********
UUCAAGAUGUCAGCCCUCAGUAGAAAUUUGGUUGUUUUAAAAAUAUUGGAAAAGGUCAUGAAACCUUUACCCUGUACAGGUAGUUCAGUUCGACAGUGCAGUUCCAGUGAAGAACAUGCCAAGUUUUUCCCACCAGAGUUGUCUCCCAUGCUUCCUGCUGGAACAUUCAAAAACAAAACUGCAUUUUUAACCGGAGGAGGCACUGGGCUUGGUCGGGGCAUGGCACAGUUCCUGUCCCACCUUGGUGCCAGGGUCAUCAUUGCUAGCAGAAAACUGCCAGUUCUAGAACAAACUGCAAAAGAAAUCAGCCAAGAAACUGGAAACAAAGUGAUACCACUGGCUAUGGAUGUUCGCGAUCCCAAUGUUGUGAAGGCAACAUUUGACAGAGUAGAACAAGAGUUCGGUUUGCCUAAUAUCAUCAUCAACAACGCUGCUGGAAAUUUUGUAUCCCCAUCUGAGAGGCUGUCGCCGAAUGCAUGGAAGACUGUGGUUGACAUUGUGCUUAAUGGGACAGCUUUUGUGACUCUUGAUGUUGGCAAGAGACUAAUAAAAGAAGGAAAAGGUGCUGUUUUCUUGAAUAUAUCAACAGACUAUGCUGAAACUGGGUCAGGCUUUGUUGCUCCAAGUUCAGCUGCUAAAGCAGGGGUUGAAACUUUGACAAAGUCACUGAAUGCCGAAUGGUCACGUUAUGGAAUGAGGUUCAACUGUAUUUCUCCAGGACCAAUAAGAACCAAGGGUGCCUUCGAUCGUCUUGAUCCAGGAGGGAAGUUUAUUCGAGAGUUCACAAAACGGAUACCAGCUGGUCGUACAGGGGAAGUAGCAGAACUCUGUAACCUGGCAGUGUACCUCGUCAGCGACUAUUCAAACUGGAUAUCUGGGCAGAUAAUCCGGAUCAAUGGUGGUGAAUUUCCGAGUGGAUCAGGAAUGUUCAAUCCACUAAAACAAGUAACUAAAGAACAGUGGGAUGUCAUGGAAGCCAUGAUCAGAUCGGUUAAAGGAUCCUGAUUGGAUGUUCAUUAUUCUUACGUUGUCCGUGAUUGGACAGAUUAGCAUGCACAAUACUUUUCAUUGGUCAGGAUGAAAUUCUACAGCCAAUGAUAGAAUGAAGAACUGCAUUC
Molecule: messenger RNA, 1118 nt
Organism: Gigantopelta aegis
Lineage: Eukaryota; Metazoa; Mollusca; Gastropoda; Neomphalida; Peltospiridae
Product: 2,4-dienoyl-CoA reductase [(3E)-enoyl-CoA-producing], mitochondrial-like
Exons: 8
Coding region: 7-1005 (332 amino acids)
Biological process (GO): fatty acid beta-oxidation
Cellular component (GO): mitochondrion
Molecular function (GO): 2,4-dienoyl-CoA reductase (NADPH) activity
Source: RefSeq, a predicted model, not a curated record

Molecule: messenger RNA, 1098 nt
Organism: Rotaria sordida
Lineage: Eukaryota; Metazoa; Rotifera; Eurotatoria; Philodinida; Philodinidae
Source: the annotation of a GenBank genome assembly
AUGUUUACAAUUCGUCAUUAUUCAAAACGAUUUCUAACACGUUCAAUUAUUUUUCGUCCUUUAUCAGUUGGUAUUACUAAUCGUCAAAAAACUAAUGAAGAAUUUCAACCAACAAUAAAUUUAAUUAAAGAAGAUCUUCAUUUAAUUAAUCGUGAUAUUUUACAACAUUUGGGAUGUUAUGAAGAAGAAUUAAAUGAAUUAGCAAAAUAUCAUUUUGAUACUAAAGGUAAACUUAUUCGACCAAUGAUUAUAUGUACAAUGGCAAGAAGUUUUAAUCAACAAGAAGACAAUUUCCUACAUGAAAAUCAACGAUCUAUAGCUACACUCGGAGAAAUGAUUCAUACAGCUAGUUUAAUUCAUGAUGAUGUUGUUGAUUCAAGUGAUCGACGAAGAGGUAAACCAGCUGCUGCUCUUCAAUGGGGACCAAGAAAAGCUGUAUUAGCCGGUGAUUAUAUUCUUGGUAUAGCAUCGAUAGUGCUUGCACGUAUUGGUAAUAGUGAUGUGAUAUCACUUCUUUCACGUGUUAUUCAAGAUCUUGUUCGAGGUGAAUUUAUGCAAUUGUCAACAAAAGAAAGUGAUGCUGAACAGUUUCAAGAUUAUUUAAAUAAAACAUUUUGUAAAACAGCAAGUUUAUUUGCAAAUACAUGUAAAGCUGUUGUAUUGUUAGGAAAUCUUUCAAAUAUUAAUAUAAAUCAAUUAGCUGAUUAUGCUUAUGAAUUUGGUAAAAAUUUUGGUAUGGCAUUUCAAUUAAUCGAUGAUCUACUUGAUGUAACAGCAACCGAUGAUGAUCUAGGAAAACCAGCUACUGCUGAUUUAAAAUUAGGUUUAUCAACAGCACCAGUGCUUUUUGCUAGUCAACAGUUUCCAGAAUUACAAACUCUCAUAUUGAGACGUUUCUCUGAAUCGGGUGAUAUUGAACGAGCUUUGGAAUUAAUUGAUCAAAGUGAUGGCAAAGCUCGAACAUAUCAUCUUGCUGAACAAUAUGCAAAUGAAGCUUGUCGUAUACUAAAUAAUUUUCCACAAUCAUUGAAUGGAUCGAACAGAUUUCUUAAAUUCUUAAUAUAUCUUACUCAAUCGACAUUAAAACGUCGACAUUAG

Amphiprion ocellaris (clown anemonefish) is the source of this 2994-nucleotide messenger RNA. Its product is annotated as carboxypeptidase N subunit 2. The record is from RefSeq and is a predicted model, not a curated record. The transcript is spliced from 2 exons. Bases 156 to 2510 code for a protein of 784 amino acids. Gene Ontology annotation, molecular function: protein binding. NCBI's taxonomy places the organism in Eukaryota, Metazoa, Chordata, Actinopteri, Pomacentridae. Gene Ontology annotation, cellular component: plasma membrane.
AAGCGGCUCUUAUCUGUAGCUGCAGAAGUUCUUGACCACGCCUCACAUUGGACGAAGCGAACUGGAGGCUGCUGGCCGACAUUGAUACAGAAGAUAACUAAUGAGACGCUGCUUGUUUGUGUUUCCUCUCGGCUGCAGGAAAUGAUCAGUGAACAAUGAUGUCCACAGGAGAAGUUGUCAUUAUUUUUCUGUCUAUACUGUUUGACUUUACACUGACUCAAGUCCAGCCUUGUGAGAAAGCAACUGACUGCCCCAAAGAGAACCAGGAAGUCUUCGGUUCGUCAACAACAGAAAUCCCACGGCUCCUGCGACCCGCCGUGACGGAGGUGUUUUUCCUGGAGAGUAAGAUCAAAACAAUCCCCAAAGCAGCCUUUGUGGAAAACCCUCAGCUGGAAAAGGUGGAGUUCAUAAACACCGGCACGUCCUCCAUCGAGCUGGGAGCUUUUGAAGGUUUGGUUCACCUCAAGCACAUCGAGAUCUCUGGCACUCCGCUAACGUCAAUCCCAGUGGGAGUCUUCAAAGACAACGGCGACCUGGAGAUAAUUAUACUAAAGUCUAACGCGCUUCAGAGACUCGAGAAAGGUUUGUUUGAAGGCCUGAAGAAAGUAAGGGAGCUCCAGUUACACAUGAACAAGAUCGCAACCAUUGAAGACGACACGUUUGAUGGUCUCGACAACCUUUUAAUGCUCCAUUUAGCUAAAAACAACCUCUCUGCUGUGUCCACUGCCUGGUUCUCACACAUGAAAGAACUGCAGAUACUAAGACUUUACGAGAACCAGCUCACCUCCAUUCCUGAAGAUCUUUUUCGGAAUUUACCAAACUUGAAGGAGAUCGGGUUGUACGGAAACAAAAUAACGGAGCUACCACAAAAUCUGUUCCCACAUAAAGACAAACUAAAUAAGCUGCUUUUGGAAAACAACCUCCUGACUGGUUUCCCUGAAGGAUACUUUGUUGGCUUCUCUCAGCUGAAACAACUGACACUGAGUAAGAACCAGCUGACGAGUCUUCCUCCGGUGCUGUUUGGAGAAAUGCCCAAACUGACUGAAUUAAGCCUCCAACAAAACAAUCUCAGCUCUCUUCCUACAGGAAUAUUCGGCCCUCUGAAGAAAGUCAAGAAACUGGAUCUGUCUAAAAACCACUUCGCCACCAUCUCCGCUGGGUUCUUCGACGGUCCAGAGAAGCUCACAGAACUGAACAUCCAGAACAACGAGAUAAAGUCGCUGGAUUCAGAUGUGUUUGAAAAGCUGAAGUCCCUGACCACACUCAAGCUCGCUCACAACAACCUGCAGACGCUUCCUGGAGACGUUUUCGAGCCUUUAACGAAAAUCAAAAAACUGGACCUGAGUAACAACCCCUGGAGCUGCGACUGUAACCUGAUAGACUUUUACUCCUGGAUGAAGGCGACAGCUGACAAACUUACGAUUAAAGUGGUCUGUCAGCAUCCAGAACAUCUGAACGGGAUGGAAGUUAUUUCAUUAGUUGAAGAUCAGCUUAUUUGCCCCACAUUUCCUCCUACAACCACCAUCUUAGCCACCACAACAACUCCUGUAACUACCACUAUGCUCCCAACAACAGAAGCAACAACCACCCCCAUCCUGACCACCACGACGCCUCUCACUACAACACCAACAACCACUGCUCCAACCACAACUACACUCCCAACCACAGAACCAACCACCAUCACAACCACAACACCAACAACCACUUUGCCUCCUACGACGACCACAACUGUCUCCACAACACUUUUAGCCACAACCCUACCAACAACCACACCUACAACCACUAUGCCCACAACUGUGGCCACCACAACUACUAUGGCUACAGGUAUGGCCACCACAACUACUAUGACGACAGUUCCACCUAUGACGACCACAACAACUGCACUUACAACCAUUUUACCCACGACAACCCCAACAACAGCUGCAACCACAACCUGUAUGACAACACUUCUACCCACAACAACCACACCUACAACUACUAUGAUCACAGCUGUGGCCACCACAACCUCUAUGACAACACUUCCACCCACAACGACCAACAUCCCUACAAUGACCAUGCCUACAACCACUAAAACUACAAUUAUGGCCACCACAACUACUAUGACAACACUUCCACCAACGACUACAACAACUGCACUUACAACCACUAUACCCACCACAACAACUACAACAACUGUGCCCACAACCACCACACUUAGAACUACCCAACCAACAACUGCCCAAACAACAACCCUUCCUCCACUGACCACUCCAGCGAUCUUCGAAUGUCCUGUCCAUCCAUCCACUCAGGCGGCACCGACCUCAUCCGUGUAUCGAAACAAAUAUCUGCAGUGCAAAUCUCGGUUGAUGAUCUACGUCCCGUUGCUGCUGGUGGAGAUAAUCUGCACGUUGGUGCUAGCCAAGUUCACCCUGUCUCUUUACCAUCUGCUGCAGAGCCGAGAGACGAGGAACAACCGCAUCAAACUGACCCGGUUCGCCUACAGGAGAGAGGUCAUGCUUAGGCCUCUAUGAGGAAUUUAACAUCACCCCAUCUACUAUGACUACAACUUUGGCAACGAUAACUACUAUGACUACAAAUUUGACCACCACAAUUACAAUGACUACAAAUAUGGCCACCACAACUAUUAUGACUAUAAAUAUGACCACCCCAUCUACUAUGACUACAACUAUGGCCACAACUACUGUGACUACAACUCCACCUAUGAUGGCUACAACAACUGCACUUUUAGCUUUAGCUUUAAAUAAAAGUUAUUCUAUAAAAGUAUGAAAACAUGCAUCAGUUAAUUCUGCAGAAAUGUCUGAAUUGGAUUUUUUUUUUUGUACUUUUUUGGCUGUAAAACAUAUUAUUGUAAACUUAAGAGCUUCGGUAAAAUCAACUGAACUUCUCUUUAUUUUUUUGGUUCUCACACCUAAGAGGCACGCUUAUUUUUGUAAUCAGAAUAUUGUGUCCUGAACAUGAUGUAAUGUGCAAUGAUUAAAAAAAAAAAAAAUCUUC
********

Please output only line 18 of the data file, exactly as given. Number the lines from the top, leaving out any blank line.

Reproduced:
AAGCGGCUCUUAUCUGUAGCUGCAGAAGUUCUUGACCACGCCUCACAUUGGACGAAGCGAACUGGAGGCUGCUGGCCGACAUUGAUACAGAAGAUAACUAAUGAGACGCUGCUUGUUUGUGUUUCCUCUCGGCUGCAGGAAAUGAUCAGUGAACAAUGAUGUCCACAGGAGAAGUUGUCAUUAUUUUUCUGUCUAUACUGUUUGACUUUACACUGACUCAAGUCCAGCCUUGUGAGAAAGCAACUGACUGCCCCAAAGAGAACCAGGAAGUCUUCGGUUCGUCAACAACAGAAAUCCCACGGCUCCUGCGACCCGCCGUGACGGAGGUGUUUUUCCUGGAGAGUAAGAUCAAAACAAUCCCCAAAGCAGCCUUUGUGGAAAACCCUCAGCUGGAAAAGGUGGAGUUCAUAAACACCGGCACGUCCUCCAUCGAGCUGGGAGCUUUUGAAGGUUUGGUUCACCUCAAGCACAUCGAGAUCUCUGGCACUCCGCUAACGUCAAUCCCAGUGGGAGUCUUCAAAGACAACGGCGACCUGGAGAUAAUUAUACUAAAGUCUAACGCGCUUCAGAGACUCGAGAAAGGUUUGUUUGAAGGCCUGAAGAAAGUAAGGGAGCUCCAGUUACACAUGAACAAGAUCGCAACCAUUGAAGACGACACGUUUGAUGGUCUCGACAACCUUUUAAUGCUCCAUUUAGCUAAAAACAACCUCUCUGCUGUGUCCACUGCCUGGUUCUCACACAUGAAAGAACUGCAGAUACUAAGACUUUACGAGAACCAGCUCACCUCCAUUCCUGAAGAUCUUUUUCGGAAUUUACCAAACUUGAAGGAGAUCGGGUUGUACGGAAACAAAAUAACGGAGCUACCACAAAAUCUGUUCCCACAUAAAGACAAACUAAAUAAGCUGCUUUUGGAAAACAACCUCCUGACUGGUUUCCCUGAAGGAUACUUUGUUGGCUUCUCUCAGCUGAAACAACUGACACUGAGUAAGAACCAGCUGACGAGUCUUCCUCCGGUGCUGUUUGGAGAAAUGCCCAAACUGACUGAAUUAAGCCUCCAACAAAACAAUCUCAGCUCUCUUCCUACAGGAAUAUUCGGCCCUCUGAAGAAAGUCAAGAAACUGGAUCUGUCUAAAAACCACUUCGCCACCAUCUCCGCUGGGUUCUUCGACGGUCCAGAGAAGCUCACAGAACUGAACAUCCAGAACAACGAGAUAAAGUCGCUGGAUUCAGAUGUGUUUGAAAAGCUGAAGUCCCUGACCACACUCAAGCUCGCUCACAACAACCUGCAGACGCUUCCUGGAGACGUUUUCGAGCCUUUAACGAAAAUCAAAAAACUGGACCUGAGUAACAACCCCUGGAGCUGCGACUGUAACCUGAUAGACUUUUACUCCUGGAUGAAGGCGACAGCUGACAAACUUACGAUUAAAGUGGUCUGUCAGCAUCCAGAACAUCUGAACGGGAUGGAAGUUAUUUCAUUAGUUGAAGAUCAGCUUAUUUGCCCCACAUUUCCUCCUACAACCACCAUCUUAGCCACCACAACAACUCCUGUAACUACCACUAUGCUCCCAACAACAGAAGCAACAACCACCCCCAUCCUGACCACCACGACGCCUCUCACUACAACACCAACAACCACUGCUCCAACCACAACUACACUCCCAACCACAGAACCAACCACCAUCACAACCACAACACCAACAACCACUUUGCCUCCUACGACGACCACAACUGUCUCCACAACACUUUUAGCCACAACCCUACCAACAACCACACCUACAACCACUAUGCCCACAACUGUGGCCACCACAACUACUAUGGCUACAGGUAUGGCCACCACAACUACUAUGACGACAGUUCCACCUAUGACGACCACAACAACUGCACUUACAACCAUUUUACCCACGACAACCCCAACAACAGCUGCAACCACAACCUGUAUGACAACACUUCUACCCACAACAACCACACCUACAACUACUAUGAUCACAGCUGUGGCCACCACAACCUCUAUGACAACACUUCCACCCACAACGACCAACAUCCCUACAAUGACCAUGCCUACAACCACUAAAACUACAAUUAUGGCCACCACAACUACUAUGACAACACUUCCACCAACGACUACAACAACUGCACUUACAACCACUAUACCCACCACAACAACUACAACAACUGUGCCCACAACCACCACACUUAGAACUACCCAACCAACAACUGCCCAAACAACAACCCUUCCUCCACUGACCACUCCAGCGAUCUUCGAAUGUCCUGUCCAUCCAUCCACUCAGGCGGCACCGACCUCAUCCGUGUAUCGAAACAAAUAUCUGCAGUGCAAAUCUCGGUUGAUGAUCUACGUCCCGUUGCUGCUGGUGGAGAUAAUCUGCACGUUGGUGCUAGCCAAGUUCACCCUGUCUCUUUACCAUCUGCUGCAGAGCCGAGAGACGAGGAACAACCGCAUCAAACUGACCCGGUUCGCCUACAGGAGAGAGGUCAUGCUUAGGCCUCUAUGAGGAAUUUAACAUCACCCCAUCUACUAUGACUACAACUUUGGCAACGAUAACUACUAUGACUACAAAUUUGACCACCACAAUUACAAUGACUACAAAUAUGGCCACCACAACUAUUAUGACUAUAAAUAUGACCACCCCAUCUACUAUGACUACAACUAUGGCCACAACUACUGUGACUACAACUCCACCUAUGAUGGCUACAACAACUGCACUUUUAGCUUUAGCUUUAAAUAAAAGUUAUUCUAUAAAAGUAUGAAAACAUGCAUCAGUUAAUUCUGCAGAAAUGUCUGAAUUGGAUUUUUUUUUUUGUACUUUUUUGGCUGUAAAACAUAUUAUUGUAAACUUAAGAGCUUCGGUAAAAUCAACUGAACUUCUCUUUAUUUUUUUGGUUCUCACACCUAAGAGGCACGCUUAUUUUUGUAAUCAGAAUAUUGUGUCCUGAACAUGAUGUAAUGUGCAAUGAUUAAAAAAAAAAAAAAUCUUC